The first we heard about the determination of US Congress to approve the partitioning of Iraq into three statelets was through Dr. Iyad Allawi, who was the first Prime Minister of modern Iraq. We were having lunch with him when he stated with condemnation, following a telephone call, that Congress was discussing the partition of Iraq. Full of dread, he said it was without doubt a dangerous step and a foolish idea. Fortunately, the American President George W. Bush rejected partition this time.
This is yet another unwise proposal, which is similar to the actions of the first administrator of modern Iraq, Paul Bremer, the day he dismantled the army, security [forces] and the Baath party. The reason is that some senators believe that giving a state to the Shia, a state to the Sunnis, and a state to the Kurds would satisfy the Iraqis and bring the conflict to an end.
If dividing Iraq into three states would please the Iraqis, no one would have objected to it. However the truth remains that the majority of Iraqis want a single central state. This is confirmed by an American poll conducted in Iraq, which showed that 61 percent of the Iraqi people are supporting a unified Iraqi state. The other problem with the idea of three separate Iraqi states is that borders are unclear, the population is mixed, and Iraq is a diverse country with other religions, sects and races other than Sunni, Shia and Kurdish.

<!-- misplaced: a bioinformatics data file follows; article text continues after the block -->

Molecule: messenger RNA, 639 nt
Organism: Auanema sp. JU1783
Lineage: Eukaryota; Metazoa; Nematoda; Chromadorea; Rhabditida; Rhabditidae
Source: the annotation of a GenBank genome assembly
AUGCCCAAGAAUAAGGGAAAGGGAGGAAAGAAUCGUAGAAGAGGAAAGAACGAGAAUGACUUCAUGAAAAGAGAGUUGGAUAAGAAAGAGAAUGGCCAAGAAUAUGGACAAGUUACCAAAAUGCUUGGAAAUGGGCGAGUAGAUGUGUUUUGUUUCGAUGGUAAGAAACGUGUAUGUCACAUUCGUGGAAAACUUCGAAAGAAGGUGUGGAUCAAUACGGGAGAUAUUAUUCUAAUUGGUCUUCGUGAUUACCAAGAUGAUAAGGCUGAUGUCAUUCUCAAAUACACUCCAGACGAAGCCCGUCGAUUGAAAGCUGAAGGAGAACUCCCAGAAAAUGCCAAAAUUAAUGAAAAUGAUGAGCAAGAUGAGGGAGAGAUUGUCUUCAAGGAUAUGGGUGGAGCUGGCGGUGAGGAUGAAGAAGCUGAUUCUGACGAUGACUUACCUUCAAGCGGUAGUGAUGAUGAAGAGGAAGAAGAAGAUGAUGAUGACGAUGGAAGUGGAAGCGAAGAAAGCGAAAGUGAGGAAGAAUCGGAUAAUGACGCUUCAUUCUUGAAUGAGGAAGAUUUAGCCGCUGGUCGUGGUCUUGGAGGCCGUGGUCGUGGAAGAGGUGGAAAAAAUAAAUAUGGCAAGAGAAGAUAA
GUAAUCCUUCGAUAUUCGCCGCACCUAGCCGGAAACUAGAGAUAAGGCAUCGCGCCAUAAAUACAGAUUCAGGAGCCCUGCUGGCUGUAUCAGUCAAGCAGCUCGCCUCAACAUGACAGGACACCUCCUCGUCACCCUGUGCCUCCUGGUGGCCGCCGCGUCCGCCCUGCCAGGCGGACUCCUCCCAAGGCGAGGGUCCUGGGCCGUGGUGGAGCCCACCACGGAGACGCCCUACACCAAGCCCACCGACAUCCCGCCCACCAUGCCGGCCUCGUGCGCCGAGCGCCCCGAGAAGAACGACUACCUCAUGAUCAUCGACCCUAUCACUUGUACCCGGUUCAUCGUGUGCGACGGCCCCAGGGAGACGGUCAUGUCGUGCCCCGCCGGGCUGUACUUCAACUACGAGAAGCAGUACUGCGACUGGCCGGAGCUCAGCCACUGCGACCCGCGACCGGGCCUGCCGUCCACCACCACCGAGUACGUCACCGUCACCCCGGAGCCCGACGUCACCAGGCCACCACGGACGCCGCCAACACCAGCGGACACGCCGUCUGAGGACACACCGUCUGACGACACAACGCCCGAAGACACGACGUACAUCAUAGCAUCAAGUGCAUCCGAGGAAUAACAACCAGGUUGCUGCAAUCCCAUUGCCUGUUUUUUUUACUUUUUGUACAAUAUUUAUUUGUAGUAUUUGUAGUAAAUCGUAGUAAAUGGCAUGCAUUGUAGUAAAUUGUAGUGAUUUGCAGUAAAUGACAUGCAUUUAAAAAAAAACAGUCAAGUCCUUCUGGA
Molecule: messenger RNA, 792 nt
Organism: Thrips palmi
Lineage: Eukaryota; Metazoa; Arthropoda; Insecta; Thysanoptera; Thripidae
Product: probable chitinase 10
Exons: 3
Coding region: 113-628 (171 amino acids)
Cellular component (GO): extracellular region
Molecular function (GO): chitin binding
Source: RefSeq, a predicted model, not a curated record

A country of approximately half a million square kilometers and interrelated sects and races, cannot be cut into pieces like a cake. The truth is that Iraq is more complicated than any other place in the world. Consequently, to divide Iraq would mean impulsively that there would be multiple and extensive wars among the population over land, resources and administration, in contrast to the beliefs of Senator Joe Biden, who thinks that partition would end the fighting.
The first problem of united Iraq is in establishing a political system that includes most Iraqis, not all Iraqis because that would be impossible. When the overwhelming majority feels that it is represented by it, most disputes could be resolved through parliament, as is the case in Kirkuk between Arabs and Kurds or oil resources. It is common knowledge that establishing a central system that is representative of Iraqis is not an easy task, but it can be achieved through transparency, justice and patience. However, the enemies of the project are mostly abroad. The majority of the operations that were carried out over the past three years and were planned abroad are wars between states more so than between Iraqis themselves, who are being used as pawns in this game.
Those who call for partition consider it an easy escape from [the dilemma of] Iraq and this is an illusion. The US is a major state that has immense interests in the region and it will not endure the outcome of Iraq’s greater wars after dismantling it, which will be fiercer than the current bombings. Additionally, we believe that the solution lies in reconciling the Iraqi political situation with the security one. The Iraqis have made significant progress in reconciliation. As for the partition, which entertained some Iraqis, especially in oil-rich areas, it will make its people poorer and less secure because it will open the gates to more fighting.